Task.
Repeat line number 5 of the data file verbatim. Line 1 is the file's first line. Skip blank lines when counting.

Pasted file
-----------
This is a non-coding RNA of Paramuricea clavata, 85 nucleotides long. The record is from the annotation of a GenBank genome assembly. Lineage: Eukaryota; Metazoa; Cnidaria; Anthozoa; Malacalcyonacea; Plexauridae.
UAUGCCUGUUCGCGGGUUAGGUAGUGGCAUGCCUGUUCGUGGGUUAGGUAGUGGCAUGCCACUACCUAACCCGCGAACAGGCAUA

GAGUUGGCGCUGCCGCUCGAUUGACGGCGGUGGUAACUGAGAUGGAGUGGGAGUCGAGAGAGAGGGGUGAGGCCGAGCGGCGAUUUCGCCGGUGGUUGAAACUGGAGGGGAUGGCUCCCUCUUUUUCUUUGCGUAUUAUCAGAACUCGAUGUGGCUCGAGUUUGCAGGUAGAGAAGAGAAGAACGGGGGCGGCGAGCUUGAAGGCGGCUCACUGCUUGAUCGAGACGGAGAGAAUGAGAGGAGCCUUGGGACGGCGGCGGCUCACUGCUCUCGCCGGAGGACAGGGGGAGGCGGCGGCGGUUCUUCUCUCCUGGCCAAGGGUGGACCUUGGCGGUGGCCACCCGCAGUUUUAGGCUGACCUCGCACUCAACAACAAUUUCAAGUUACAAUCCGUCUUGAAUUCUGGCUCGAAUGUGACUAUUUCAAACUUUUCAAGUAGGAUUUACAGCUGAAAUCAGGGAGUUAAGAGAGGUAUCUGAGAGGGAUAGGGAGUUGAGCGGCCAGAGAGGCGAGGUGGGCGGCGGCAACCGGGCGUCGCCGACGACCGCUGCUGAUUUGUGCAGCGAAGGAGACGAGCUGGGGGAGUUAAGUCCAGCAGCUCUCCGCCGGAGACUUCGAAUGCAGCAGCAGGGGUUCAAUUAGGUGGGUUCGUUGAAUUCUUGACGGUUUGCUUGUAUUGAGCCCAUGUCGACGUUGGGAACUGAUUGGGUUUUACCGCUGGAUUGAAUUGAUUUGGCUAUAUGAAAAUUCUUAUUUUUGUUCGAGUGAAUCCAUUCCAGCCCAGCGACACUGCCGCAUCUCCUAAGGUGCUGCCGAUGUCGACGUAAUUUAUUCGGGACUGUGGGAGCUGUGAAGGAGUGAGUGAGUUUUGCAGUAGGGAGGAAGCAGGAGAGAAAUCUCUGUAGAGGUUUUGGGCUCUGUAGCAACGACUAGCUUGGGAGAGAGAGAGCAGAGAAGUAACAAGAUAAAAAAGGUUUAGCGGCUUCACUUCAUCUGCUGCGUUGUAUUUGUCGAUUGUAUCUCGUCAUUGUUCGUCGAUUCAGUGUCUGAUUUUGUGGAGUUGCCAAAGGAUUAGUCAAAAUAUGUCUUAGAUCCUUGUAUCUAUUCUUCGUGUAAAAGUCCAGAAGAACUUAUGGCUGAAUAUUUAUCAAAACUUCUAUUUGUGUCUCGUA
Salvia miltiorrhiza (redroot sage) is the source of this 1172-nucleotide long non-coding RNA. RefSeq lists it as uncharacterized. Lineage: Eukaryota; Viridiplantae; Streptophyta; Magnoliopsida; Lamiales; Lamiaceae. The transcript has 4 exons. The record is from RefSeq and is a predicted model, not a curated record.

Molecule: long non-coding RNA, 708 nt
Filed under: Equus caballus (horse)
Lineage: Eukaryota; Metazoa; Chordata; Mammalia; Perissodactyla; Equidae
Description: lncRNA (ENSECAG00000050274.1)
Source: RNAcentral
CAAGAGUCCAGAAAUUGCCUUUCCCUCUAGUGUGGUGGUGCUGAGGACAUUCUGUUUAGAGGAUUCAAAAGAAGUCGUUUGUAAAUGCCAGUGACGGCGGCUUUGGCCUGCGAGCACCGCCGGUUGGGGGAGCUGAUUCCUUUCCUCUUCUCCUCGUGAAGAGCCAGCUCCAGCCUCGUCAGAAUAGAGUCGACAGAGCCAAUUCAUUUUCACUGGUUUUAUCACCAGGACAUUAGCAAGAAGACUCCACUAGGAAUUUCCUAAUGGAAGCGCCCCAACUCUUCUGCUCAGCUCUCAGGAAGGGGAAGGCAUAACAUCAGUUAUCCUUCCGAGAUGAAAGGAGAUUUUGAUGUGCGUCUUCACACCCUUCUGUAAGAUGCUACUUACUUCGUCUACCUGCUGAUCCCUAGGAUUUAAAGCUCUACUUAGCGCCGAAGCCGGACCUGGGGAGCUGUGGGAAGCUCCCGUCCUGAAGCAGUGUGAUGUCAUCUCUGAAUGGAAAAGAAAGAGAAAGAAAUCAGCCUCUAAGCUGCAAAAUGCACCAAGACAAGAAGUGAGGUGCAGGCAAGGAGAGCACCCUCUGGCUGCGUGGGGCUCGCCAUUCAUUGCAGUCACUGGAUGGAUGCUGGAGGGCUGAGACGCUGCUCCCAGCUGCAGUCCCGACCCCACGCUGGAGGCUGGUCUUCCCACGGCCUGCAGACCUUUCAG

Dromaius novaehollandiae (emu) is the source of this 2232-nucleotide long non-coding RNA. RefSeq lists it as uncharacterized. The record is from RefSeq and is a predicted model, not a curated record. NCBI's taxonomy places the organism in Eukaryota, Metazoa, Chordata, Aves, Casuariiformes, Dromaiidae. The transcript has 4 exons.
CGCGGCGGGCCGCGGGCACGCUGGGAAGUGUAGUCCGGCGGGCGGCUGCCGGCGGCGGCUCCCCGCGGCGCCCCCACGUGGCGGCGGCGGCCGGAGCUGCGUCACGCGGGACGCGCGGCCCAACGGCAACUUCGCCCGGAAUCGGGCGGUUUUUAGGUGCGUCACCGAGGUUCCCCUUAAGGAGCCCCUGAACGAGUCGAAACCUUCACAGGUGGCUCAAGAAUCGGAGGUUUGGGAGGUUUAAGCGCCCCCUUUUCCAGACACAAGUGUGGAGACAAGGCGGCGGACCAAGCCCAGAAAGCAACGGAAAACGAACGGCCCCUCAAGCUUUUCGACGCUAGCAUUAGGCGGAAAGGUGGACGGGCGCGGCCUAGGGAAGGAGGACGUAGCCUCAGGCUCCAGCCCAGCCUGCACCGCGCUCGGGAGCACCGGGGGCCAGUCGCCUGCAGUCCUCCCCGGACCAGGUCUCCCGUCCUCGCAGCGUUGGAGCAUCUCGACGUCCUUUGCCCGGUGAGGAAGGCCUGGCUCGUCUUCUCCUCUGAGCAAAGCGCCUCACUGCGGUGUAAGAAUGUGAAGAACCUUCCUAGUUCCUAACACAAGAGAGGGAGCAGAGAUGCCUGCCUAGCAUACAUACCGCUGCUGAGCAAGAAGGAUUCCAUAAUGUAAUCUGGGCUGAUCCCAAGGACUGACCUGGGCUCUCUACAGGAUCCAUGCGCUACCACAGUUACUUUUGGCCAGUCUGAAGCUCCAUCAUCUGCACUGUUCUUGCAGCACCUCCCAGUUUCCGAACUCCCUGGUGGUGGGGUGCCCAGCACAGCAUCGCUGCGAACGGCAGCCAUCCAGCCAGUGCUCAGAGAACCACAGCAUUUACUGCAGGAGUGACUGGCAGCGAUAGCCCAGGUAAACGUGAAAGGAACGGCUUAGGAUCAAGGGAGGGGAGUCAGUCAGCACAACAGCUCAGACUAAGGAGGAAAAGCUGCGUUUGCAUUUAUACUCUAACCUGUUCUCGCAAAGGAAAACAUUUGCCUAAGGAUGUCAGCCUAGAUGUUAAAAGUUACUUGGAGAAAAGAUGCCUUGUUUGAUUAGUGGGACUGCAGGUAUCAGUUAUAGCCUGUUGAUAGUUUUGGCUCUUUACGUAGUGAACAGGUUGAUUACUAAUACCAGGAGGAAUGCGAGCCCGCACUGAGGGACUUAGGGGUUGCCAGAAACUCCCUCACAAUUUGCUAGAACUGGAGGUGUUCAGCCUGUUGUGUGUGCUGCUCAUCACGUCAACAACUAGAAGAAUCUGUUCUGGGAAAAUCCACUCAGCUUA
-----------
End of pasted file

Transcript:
Molecule: long non-coding RNA, 708 nt